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Jesus and Black Friday
November 25

The things you own end up owning you. This is my favorite line for the late 90’s movie Fight Club, and it’s even more relevant today than it was nearly 20 years ago. It seems like we love our stuff, but shortly after we get our stuff, we go out and get more stuff. The stuff that we have fills a void for a short time, but then a newer version comes out and we are filled with an insatiable need to have the newest model. Or what we have fades in relevance or style and we need to update what we have to keep up with the ever-changing popular culture. What a vicious cycle. At some point the things that we own do end up owning us. 

I heard a well-known pastor once say that the greatest issue facing the church today is consumerism. That claim seemed odd at first because the church has been wrestling with a variety of issues for a long time. So, how is consumerism the most challenging issue facing the church today? (Well it did give birth to the prosperity gospel...) In the wilderness the Hebrews were instructed to take only the manna that was needed for the day and leave the rest behind. When Jesus sent out his disciples for the first time, he explicitly told them not to take anything with them, but to trust that they would be provided for. Every week many churches pray ...give us today our daily bread. But instead we have multiple mini-storage business in our neighborhoods, we have 2 and 3 car garages but a car never goes in the garage because it is so filled with stuff, and we put extra storage on the top or back of our cars when we take a trip just so that we can have all of our stuff. It may not seem like we are worshiping false idols, but our stuff certainly takes up a lot of space in our souls. Is consumerism in direct conflict with the Christian faith?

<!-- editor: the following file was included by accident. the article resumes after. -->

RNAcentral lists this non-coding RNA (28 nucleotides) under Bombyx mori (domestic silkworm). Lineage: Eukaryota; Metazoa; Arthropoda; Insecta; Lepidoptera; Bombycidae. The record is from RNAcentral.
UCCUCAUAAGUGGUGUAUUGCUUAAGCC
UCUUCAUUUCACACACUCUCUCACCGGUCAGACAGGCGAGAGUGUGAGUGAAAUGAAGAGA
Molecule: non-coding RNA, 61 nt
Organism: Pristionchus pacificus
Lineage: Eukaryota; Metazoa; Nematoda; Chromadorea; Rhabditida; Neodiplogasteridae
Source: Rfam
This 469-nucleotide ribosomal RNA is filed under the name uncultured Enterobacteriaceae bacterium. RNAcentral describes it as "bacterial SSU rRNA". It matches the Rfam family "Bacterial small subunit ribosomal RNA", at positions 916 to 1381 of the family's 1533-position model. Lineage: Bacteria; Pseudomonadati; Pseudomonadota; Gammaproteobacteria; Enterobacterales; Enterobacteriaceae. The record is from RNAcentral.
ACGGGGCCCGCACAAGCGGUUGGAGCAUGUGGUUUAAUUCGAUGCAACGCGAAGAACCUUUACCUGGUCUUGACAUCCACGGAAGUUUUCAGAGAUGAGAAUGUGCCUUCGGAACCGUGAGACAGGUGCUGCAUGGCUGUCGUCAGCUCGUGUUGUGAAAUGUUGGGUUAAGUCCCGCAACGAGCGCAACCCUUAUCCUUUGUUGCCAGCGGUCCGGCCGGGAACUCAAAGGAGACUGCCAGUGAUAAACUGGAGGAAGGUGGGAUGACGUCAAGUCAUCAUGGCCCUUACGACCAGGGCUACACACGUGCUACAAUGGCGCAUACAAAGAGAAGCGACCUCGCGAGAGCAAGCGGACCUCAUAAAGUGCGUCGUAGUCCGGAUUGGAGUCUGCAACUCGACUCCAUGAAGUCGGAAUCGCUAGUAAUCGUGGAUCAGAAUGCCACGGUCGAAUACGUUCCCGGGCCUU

Unless you've been living in a cave, you're probably aware that we are just hours away from shopping heaven. It’s not just Black Friday now because stores are opening on Thanksgiving to get a jump on shoppers, and some online sales have already begun. We have been flooded with ads with every business begging for our attention and our credit cards. We are almost captive to this never-ending cycle. Aren't we more than consumers? Aren't we more than our stuff? So, here's my challenge for you - don't buy into it. Believe that you are more than your stuff. Find your worth in something greater than things. Go out of your way to do something for someone instead of fighting mall traffic. Go outside. Give to a charity. Do a random act of kindness. Call someone on the phone and make it an intentional phone call instead of a way to pass the time in line. 

For a few years now, I've seen this comic strip where modern folks are having coffee with Jesus. They're funny because they focus on things that didn't necessarily happen in the Bible, but it’s pretty obvious how Jesus would respond. I wonder if the writer has done one about Black Friday because I find Jesus shopping on Black Friday hilarious! The idea that Jesus would get up before sunrise to wait in line to buy something or Jesus carrying a gigantic big screen TV box in the parking lot just gets me. Maybe Tyler Durden wasn't a prophet, but being owned by our stuff certainly seems like a struggle right now. Here's the good news, you don't have to be. You are more than your stuff, you are a child of God.

Grace and Peace, 

Pastor Chris

Last Published: November 21, 2018 11:20 AM